“We contribute to the local community, but we also benefit from the local community,” Maggie says. “A strong community means a strong football club, so we make sure our suppliers are all local businesses as much as possible. For food, we sell locally produced pies and also rent out a catering hatch to a local loaded fries company. For drinks, we have a partnership with a local brewery. Even the electricians who service our floodlights are locals.”

Lewes FC’s brewery of choice is Xero customer, Only With Love. Serving a vibrant selection of alcoholic and non-alcoholic drinks, Only With Love is an integral part of every matchday experience at Lewes FC.

“Hearing fans read the names of our products off the board is brilliant,” bar manager Bambi Burks says. “The energy and the excitement on people's faces, when they’re genuinely refreshed by something completely different, is an amazing feeling. There’s scope for our name to be known not just locally, but nationally.”

Bambi’s comments are echoed by Maggie, who highlights how football clubs can add an extra layer of trust and credibility for local brands building a name for themselves.

“A lot of our businesses buy into sports advertising because they know it’s at the heart of the community. There’s a validity around that, and a legitimacy,” Maggie explains. “It’s a trusted space, and they want their brand to be in a trusted space too.”

Swathes of home and away fans join Bambi and the bar team for refreshments every week. But the impact extends way beyond sales – Only With Love can gather insights and learn about customer demographics.

“Customer behaviour after the men’s and the women's game is completely different. With the men's games, there’s a super busy half an hour before kickoff. Half-time is absolutely manic,” Bambi reflects. “During the women’s game, fans come to the bar throughout the entire day. As a result, we’ve taken into account the differing customer needs on match days and we tailor our offering accordingly.”

Lewes FC has helped bring social issues to the forefront of fans’ minds, but the club is also a vessel for businesses that want to demonstrate similar values and collaborate on shared objectives.

“Being associated with Lewes FC raises our profile, but also shows who we are as people. The relationship is one of common values, equality, and social inclusion,” Bambi explains.

“We can use the association as a benchmark for what we can offer. When people ask what we do and how we do things, using our work with Lewes FC as an example opens doors to opportunity.”

The benefits of club and community collaboration can easily slip under the radar. According to Maggie, it’s only when things grind to a halt that the impact becomes visible.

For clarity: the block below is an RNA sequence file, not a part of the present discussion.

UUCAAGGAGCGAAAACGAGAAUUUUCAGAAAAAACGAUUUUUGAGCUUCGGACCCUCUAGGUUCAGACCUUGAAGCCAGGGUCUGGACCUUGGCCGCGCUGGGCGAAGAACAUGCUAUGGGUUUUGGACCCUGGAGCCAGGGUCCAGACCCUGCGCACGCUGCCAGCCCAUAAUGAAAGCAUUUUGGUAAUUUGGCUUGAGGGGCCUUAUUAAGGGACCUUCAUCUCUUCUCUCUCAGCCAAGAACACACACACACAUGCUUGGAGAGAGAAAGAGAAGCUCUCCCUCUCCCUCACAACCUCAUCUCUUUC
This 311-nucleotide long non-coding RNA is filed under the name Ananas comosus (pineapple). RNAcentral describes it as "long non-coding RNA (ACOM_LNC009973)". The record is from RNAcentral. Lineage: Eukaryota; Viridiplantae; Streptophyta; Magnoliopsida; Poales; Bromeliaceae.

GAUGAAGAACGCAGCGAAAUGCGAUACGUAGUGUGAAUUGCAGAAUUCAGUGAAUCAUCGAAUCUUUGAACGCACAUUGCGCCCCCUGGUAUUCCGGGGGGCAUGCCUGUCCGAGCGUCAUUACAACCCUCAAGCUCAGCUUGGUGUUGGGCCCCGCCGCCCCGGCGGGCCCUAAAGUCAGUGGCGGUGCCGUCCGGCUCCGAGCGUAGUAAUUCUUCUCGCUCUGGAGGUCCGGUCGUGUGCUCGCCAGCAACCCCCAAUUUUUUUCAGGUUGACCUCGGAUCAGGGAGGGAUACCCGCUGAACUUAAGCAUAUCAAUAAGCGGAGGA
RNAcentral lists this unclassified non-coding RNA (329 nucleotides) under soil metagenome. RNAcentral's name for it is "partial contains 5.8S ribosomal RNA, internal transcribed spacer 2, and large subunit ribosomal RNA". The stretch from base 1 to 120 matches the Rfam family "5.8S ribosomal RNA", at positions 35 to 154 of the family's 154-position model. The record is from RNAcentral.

“We hadn’t really thought about how important the club was for the local economy until the pandemic hit,” Maggie recalls. “Although the club suffered because we didn’t have fans coming through the gates, it was also our partners who suddenly didn’t have thousands of people to feed each week. It made us realise just how connected the football ecosystem and economic ecosystem is.”

Five ways clubs can get involved with local businesses

Big impact is achieved with small steps. Football clubs and local businesses can create lasting impact for the wider community, by finding ways to elevate one another.

Here are five ideas to get you started:

1. Fundraise for a local charity

Find charities that align with your club values, and invite them to host a collection at your next football game. It’s a great way to give local charities access to potential donors, and highlight the issues that your team cares about. Be sure to introduce charities to your wider network and connect them with local people and support.

2. Support and save programmes

Lewes FC works with local businesses to provide a 10% discount on goods and services for fans. Work with businesses in your community to come up with a discount or selection of benefits that can be offered to fans on match day, or throughout the year. Small businesses attract new customers, and fans make a saving when they shop local.

3. Focus on relationships

Clubs and small businesses need money to run, but they also need a network of supporters. Maggie recommends focusing on only a few relationships to begin with, connecting with just one or two local businesses, and developing a partnership that's mutually beneficial.

4. Go local

Understand your role within the community and, where possible, support local businesses - whether that’s the food and drink you offer in the grounds, or the supplies and services you pay for. Challenge yourself to source as much as possible from the local community.

5. Foster intergenerational unity

The team at Lewes FC creates opportunities for people of all ages to participate. From mascots and ball boys and girls, to older volunteers on the turnstiles welcoming people into the club.

Curious about how football clubs and local communities can grow together? Check out our expert resources to help manage your football club.